The Ukrainian Institute has issued an official letter to the Cannes Film Festival and French director Michel Hazanavicius asking them to rename his opening night movie “Z,” which the org claims is a pro-war symbol of Russia’s invasion of Ukraine.
In Russia, “Z” is considered a pro-war symbol that has also been used in pro-Russian demonstrations across Europe. The symbol has recently been adopted by some Russian figures taking part in world events, such as gymnast Ivan Kuliak who, while in Qatar for a World Cup event, sported a “Z” on his chest while standing on a podium next to Ukrainian athlete Illia Kovtun. Last week, Lithuania’s parliament voted to ban public displays of the letter “Z” in protest of the ongoing war.
A letter sent to Cannes by the Ukrainian Institute, and seen by Variety, reads: “We consider that changing the title of the opening film of the Cannes Film Festival would be a gesture against the barbarity, violence and terror of the Russian army.” The letter was signed by Volodymyr Sheiko, director general of the org.
Hazanavicius’ zombie comedy is titled “Z” in France, but its international title is “Final Cut.” The film was originally slated to bow at Sundance in January before the Utah festival’s last-minute decision to move online. At Cannes, the film is currently listed in the Official Selection as “Z” but sources say the festival will only refer to the title as “Final Cut” moving forward. The festival declined to comment.
Natalie Movshovych, head of film at the Ukrainian Film Institute, told Variety: “Cannes remains silent on the topic. As far as I know, this reluctance is based on the position that it’s just a coincidence and it should be the director’s decision, and that ‘Final Cut’ is the international version and ‘Z’ is a French title.
“But in Russia, local media have been already using [the film’s title to their advantage], publishing articles that could be summed up as: ‘See? They are supporting us, too.’ We are asking [Cannes director] Thierry Frémaux and Michel Hazanavicius to change the title in the name of all the victims from Kyiv, Mariupul or Kharkiv.”
Hazanavicius told Variety: “I named my film ‘Z comme Z’ in France because it’s a zombie comedy and it’s inspired by what we call in France ‘series Z,’ or B movies in America. To know that this title has caused the Ukrainian people some distress makes me feel powerless and so sad, because it’s the last thing I wanted to do.
“I dedicated several years of my life to making a film called ‘The Search’ about the 1999 war between Chechnya and Russia, which showed the barbaric way in which the Russian army treated the people of Chechnya,” continued Hazanavicius. “I think I’m the only French filmmaker who made a film about this.”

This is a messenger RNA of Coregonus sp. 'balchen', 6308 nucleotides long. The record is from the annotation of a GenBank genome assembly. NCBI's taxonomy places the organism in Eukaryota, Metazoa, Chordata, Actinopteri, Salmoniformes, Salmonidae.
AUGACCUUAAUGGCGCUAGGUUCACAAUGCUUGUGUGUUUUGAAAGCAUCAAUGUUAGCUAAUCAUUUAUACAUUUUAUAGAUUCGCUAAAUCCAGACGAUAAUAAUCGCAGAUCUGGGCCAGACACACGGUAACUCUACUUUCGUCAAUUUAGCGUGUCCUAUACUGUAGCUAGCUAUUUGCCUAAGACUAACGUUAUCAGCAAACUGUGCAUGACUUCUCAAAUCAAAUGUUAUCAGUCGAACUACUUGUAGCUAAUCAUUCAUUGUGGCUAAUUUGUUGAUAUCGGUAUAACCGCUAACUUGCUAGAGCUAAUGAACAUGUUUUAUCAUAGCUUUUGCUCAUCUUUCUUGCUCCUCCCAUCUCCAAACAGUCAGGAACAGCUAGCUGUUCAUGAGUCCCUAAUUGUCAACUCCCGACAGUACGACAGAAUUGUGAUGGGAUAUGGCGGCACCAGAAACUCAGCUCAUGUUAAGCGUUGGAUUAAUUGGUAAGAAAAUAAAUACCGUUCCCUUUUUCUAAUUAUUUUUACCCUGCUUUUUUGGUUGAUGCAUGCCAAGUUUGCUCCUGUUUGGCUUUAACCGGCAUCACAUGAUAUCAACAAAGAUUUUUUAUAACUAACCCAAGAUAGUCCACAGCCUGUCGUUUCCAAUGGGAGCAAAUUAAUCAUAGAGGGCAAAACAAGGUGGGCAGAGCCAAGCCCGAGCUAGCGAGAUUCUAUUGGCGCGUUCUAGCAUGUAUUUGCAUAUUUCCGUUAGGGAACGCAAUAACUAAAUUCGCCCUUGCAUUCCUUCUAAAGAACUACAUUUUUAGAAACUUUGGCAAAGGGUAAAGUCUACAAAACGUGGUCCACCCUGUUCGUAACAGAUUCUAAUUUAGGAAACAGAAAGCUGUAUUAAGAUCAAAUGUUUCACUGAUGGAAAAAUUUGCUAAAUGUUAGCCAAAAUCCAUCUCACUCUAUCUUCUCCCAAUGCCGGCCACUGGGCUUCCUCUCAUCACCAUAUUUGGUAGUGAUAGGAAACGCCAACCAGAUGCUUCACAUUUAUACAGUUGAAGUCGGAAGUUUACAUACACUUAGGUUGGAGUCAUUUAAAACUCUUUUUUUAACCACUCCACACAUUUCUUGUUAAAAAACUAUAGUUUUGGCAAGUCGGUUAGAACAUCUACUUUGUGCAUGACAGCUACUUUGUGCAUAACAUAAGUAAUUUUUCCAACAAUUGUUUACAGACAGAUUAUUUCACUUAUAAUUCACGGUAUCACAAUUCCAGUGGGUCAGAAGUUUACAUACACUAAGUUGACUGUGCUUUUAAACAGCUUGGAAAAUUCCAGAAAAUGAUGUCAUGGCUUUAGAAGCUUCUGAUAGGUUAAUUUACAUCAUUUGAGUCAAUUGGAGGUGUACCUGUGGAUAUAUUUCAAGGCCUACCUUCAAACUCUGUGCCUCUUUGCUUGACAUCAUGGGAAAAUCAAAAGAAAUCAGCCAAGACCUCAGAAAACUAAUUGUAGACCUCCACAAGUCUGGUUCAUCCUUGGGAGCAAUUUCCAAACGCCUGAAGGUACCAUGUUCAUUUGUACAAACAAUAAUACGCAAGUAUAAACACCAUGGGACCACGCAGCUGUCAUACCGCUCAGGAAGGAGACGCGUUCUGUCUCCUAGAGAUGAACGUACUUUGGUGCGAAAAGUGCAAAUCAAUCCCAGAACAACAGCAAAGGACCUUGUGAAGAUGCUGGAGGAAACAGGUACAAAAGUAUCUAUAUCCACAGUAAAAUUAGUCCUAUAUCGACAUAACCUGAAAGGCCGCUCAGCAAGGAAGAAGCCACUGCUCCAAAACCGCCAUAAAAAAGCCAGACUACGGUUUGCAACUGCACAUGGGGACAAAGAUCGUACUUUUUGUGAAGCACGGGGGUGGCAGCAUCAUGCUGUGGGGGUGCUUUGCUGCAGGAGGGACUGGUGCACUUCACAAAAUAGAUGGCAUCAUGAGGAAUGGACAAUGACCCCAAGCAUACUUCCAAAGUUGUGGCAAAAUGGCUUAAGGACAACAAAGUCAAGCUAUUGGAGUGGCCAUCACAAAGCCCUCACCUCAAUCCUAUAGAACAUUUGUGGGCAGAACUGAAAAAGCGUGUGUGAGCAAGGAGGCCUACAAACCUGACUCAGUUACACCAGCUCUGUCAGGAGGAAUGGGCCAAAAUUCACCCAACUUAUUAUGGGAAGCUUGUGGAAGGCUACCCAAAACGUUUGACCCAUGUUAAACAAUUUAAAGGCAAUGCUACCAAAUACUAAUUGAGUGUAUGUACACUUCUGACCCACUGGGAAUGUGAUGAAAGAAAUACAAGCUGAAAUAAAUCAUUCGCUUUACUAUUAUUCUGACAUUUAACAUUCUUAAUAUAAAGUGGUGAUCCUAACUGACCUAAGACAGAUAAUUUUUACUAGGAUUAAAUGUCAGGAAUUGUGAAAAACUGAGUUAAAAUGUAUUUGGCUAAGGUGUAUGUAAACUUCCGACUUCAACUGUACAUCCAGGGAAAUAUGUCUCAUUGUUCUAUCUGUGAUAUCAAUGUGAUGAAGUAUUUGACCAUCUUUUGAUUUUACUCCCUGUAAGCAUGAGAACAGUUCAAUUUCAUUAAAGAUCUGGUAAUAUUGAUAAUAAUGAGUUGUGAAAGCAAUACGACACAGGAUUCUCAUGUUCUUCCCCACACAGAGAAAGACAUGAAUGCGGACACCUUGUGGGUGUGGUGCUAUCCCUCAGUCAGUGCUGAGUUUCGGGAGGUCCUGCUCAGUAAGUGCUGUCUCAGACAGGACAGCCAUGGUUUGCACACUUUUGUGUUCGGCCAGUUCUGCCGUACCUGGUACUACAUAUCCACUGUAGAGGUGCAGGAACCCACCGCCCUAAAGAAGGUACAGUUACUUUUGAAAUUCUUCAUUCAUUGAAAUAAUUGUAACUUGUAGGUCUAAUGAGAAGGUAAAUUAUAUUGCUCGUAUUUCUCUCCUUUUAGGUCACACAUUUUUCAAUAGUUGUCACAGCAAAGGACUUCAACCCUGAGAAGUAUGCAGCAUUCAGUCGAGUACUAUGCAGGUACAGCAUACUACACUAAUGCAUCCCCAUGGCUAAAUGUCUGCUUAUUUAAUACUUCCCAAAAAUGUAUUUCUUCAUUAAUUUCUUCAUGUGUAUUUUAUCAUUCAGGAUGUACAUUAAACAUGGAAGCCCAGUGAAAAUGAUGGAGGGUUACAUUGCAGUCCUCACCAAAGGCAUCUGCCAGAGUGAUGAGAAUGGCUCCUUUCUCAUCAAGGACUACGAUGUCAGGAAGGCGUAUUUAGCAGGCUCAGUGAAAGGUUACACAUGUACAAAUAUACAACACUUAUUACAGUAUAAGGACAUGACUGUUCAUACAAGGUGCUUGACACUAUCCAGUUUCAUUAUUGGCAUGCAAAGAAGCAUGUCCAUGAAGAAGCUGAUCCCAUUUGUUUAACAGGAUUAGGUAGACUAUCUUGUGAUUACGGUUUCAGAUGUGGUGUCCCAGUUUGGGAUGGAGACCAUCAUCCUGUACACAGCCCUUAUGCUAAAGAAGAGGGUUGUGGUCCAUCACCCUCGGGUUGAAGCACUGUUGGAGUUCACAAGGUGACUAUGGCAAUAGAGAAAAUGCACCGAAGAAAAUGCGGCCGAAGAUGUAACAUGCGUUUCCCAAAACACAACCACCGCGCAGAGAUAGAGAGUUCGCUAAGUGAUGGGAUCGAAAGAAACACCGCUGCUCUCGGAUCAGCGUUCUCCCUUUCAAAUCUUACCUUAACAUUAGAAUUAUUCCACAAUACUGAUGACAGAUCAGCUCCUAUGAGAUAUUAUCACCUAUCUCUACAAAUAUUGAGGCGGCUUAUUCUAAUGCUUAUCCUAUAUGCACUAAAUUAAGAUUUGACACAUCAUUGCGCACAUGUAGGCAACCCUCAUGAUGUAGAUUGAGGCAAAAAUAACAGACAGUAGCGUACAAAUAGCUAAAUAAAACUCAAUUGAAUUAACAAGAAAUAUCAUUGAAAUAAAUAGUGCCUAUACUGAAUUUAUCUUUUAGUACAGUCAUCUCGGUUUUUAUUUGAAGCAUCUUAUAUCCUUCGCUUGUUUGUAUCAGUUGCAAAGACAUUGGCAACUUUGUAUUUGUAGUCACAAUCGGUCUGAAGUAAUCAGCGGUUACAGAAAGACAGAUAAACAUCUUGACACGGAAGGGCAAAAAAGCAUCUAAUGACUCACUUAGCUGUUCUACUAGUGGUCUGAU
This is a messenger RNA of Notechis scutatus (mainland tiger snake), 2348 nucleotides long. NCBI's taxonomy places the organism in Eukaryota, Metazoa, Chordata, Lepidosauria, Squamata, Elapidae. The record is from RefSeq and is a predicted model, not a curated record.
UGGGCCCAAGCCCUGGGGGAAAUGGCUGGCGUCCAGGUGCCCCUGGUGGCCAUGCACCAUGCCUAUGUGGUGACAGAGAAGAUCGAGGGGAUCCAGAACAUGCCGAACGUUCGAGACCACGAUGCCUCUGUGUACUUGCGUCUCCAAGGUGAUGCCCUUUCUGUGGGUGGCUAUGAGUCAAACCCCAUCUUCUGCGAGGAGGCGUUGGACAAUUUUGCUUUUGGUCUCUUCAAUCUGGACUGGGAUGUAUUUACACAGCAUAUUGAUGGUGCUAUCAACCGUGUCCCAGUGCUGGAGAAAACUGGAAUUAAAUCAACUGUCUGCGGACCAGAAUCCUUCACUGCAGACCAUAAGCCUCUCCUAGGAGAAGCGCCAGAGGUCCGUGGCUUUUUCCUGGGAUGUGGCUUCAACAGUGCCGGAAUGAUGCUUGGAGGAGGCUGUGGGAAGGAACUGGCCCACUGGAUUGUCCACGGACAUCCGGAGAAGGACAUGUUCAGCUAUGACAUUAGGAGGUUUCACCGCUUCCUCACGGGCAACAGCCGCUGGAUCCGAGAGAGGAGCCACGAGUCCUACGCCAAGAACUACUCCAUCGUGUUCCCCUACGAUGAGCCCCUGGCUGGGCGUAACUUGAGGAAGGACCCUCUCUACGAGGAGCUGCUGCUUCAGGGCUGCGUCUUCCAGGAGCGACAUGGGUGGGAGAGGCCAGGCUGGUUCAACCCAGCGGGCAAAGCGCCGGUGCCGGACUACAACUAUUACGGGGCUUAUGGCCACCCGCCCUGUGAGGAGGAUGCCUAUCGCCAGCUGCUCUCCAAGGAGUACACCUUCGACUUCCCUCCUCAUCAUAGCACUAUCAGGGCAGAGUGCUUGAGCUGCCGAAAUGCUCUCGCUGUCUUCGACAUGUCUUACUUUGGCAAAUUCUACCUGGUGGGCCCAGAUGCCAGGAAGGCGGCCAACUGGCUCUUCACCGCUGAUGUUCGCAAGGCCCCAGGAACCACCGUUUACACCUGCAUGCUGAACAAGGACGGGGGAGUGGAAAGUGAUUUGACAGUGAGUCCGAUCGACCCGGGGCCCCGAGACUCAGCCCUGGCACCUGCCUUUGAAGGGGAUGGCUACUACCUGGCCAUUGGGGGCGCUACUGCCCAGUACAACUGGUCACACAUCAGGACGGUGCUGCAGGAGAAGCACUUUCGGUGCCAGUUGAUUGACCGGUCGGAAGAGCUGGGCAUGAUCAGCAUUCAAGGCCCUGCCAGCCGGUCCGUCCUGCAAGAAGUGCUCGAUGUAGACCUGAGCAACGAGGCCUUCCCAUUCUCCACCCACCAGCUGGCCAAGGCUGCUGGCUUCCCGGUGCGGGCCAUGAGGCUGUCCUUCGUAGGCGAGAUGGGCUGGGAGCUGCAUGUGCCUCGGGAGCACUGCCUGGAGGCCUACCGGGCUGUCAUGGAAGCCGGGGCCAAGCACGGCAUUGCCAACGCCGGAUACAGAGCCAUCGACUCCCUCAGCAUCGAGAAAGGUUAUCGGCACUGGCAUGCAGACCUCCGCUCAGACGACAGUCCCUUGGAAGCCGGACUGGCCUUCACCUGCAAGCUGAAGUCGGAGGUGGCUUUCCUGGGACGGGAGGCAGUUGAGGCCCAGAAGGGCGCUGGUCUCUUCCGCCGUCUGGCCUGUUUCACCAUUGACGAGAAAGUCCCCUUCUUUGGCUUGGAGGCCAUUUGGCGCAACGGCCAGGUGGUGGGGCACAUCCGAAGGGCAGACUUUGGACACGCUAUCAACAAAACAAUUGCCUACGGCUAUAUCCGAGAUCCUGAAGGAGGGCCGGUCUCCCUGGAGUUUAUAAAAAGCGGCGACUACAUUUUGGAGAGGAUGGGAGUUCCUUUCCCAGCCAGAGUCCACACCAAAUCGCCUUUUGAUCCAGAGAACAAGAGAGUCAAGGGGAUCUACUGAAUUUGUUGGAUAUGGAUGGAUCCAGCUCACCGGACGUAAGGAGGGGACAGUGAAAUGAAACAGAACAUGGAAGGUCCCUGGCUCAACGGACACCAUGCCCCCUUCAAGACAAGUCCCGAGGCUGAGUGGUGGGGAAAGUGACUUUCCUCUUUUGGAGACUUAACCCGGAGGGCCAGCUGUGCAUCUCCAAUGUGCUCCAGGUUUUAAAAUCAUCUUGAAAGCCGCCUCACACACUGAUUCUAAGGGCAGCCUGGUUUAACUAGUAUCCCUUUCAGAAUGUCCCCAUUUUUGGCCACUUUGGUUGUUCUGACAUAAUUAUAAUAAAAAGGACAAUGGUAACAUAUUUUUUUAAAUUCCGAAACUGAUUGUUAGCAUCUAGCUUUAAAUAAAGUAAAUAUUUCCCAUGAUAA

However, Hazanavicius said it’s simply “too late” for the French title to be changed with just two weeks until its release in cinemas. “The title is all over the marketing material, and also in the credits,” he said. “But we made sure to have the international title, ‘Final Cut,’ used during the Cannes Film Festival and in all the material that will be on display there. I would have changed it everywhere if I had been able to. My heart goes out to the Ukrainian people who have been suffering enough, and the last thing I want to do is to cause more pain or more discomfort.”
Russian inclusion at Cannes
The letter from the Ukraine Institute also addresses the decision to show Russian filmmaker Kirill Serebrennikov’s latest film “Tchaikovsky’s Wife” in the main competition. The film has been backed by Roman Abramovich’s $100 million private film fund Kinoprime.
Serebrennikov, the director of “Petrov’s Flu” and “Leto,” was sentenced in June 2020 to a three-year suspended prison sentence and was also issued a fine over trumped-up charges of embezzlement. A Moscow court canceled his suspended sentence last month and the filmmaker was recently allowed to leave Russia.
“There have been all these sanctions and now Cannes is showing a film made by this oligarch,” said Ukrainian producer Denis Ivanov, a frequent collaborator of Ukrainian director Oleg Sentsov. In March, Ivanov issued an open letter urging for the boycott of Russian cinema, saying that “it’s not the right time for red carpets for our dear Russian colleagues.”
Ivanov says he has “nothing against Kirill Serebrennikov as an artist” but highlights his relationship to the former deputy head of the presidential administration Vladislav Surkov. The Ukrainian Institute describes Surkov as “an architect of the Russian propaganda machine, directly responsible for the barbaric invasion that is taking place in Ukraine right now.”
According to Natalie Movshovych of the institute, Ukrainian filmmakers have “mixed feelings” over next month’s Cannes Film Festival, but most of them, including Ivanov, won’t cancel their stay. Maksym Nakonechnyi’s debut drama “Butterfly Vision” will be shown in Un Certain Regard, and the Cannes Film Market recently unveiled a Ukraine in Focus program.
“My personal belief is that we should be there,” said Movshovych.
“Cannes has stated that they won’t welcome anyone linked to the Russian government, but my feeling is that they are concentrating on the form, not the content. All we are asking for is to postpone the premieres of these films until Russia leaves our country and finally takes responsibility for everything they have done and all the war crimes they have committed.”
Elsa Keslassy contributed to this story.
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